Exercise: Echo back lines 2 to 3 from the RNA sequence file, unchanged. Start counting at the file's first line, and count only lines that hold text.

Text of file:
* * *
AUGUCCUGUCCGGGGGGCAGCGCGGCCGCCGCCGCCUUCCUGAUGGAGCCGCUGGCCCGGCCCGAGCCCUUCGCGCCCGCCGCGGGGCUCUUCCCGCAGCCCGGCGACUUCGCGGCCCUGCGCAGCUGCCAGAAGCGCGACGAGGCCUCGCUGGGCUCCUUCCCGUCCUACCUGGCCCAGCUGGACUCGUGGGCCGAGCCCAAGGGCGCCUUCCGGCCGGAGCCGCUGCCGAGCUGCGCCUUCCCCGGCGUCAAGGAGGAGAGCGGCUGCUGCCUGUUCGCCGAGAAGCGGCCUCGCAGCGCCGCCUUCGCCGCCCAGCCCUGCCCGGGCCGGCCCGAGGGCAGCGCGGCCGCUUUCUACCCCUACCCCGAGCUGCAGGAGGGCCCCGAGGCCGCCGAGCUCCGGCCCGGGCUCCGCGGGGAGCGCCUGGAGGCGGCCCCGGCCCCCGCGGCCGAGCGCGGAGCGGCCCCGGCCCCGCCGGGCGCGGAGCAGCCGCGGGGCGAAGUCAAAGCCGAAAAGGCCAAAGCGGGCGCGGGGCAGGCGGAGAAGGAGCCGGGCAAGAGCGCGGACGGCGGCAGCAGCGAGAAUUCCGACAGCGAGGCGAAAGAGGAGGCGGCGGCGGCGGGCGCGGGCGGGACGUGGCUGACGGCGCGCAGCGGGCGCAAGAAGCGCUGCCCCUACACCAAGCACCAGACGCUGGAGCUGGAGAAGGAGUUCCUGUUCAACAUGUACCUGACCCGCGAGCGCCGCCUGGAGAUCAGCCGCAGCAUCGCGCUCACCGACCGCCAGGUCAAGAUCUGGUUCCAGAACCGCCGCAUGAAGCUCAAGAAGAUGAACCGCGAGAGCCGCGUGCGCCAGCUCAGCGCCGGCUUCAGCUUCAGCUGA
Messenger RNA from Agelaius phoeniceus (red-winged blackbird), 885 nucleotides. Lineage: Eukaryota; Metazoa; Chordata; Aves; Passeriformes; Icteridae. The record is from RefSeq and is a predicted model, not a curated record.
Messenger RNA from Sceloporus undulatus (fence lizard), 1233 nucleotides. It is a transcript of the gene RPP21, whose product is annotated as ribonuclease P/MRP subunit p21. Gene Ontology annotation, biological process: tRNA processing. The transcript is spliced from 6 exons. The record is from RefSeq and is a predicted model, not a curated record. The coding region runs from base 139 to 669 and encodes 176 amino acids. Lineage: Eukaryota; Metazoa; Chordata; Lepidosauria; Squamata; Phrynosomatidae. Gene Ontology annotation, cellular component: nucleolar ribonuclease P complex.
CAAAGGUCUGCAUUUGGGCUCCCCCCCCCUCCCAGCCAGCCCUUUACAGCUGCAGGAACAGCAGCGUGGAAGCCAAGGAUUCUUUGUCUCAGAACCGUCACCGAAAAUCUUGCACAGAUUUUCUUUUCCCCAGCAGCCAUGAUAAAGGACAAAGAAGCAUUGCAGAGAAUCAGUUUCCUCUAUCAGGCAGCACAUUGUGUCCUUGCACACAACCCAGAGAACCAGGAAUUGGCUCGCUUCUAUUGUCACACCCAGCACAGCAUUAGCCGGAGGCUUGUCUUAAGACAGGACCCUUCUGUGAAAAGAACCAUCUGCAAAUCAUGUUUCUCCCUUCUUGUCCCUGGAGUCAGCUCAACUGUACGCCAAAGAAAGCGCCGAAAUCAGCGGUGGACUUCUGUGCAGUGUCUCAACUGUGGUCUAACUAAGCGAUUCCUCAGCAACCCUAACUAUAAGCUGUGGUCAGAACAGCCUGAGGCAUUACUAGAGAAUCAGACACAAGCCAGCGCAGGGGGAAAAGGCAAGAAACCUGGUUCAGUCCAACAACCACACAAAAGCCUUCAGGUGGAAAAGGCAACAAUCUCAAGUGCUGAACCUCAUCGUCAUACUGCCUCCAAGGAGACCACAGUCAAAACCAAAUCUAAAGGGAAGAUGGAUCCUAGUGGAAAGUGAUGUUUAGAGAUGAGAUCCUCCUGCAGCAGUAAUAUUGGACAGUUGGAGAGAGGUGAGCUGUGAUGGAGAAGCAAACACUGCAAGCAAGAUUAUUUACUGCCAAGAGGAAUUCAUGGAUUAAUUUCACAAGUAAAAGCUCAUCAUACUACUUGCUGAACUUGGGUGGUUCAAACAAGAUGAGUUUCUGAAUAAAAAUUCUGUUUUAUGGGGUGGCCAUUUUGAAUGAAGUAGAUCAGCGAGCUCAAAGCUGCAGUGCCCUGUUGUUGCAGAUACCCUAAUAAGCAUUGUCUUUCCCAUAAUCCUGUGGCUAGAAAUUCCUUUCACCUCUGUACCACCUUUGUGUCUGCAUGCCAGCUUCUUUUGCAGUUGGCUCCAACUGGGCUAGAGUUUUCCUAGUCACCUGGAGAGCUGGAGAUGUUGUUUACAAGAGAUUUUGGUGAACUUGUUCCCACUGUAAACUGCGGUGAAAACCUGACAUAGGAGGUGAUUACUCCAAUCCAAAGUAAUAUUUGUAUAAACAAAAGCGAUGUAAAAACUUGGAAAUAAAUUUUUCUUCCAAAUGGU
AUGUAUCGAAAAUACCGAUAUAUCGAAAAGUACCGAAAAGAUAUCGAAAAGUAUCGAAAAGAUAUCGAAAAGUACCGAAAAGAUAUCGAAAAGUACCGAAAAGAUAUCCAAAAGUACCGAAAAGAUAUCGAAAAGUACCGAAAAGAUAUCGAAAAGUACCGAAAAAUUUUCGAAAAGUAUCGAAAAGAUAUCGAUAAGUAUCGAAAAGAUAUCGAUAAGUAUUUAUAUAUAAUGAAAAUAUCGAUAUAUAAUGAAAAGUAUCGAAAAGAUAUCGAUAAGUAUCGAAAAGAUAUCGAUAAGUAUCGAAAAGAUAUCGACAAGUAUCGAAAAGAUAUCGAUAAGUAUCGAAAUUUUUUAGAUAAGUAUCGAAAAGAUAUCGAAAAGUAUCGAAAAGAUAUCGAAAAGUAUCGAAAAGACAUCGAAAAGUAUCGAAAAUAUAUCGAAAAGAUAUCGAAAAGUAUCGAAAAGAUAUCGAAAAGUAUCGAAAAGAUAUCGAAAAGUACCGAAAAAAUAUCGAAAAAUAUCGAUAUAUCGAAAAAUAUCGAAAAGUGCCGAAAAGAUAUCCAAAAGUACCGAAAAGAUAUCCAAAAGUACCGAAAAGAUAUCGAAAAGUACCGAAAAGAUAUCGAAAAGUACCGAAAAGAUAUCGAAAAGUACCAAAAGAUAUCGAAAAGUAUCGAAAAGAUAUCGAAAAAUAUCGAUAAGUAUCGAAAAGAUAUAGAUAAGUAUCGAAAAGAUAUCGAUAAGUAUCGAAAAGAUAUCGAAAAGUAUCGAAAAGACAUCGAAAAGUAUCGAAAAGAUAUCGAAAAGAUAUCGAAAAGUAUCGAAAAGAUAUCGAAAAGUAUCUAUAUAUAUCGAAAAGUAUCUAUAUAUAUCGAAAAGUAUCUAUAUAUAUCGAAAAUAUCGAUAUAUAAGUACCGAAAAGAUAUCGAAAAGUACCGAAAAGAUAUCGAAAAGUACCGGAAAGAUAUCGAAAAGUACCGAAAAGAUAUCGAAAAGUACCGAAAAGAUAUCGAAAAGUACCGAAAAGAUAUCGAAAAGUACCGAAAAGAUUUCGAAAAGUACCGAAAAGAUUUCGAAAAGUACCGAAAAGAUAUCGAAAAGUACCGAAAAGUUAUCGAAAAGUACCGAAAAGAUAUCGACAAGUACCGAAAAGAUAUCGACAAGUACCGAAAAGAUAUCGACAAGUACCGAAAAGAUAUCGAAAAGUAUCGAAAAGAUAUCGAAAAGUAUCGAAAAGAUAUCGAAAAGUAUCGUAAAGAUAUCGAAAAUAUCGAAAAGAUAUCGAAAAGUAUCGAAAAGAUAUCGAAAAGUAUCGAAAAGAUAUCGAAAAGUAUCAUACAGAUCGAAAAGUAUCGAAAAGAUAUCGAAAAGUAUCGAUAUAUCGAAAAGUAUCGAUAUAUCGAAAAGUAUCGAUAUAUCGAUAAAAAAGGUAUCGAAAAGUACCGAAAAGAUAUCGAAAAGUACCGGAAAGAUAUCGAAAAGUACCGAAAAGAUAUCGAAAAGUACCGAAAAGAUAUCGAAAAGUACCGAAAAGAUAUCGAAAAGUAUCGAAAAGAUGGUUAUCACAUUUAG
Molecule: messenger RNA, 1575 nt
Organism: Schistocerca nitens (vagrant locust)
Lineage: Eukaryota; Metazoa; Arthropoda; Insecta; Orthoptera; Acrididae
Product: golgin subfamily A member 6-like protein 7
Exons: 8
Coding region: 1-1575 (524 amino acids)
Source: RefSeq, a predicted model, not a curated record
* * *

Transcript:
Messenger RNA from Agelaius phoeniceus (red-winged blackbird), 885 nucleotides. Lineage: Eukaryota; Metazoa; Chordata; Aves; Passeriformes; Icteridae. The record is from RefSeq and is a predicted model, not a curated record.
Messenger RNA from Sceloporus undulatus (fence lizard), 1233 nucleotides. It is a transcript of the gene RPP21, whose product is annotated as ribonuclease P/MRP subunit p21. Gene Ontology annotation, biological process: tRNA processing. The transcript is spliced from 6 exons. The record is from RefSeq and is a predicted model, not a curated record. The coding region runs from base 139 to 669 and encodes 176 amino acids. Lineage: Eukaryota; Metazoa; Chordata; Lepidosauria; Squamata; Phrynosomatidae. Gene Ontology annotation, cellular component: nucleolar ribonuclease P complex.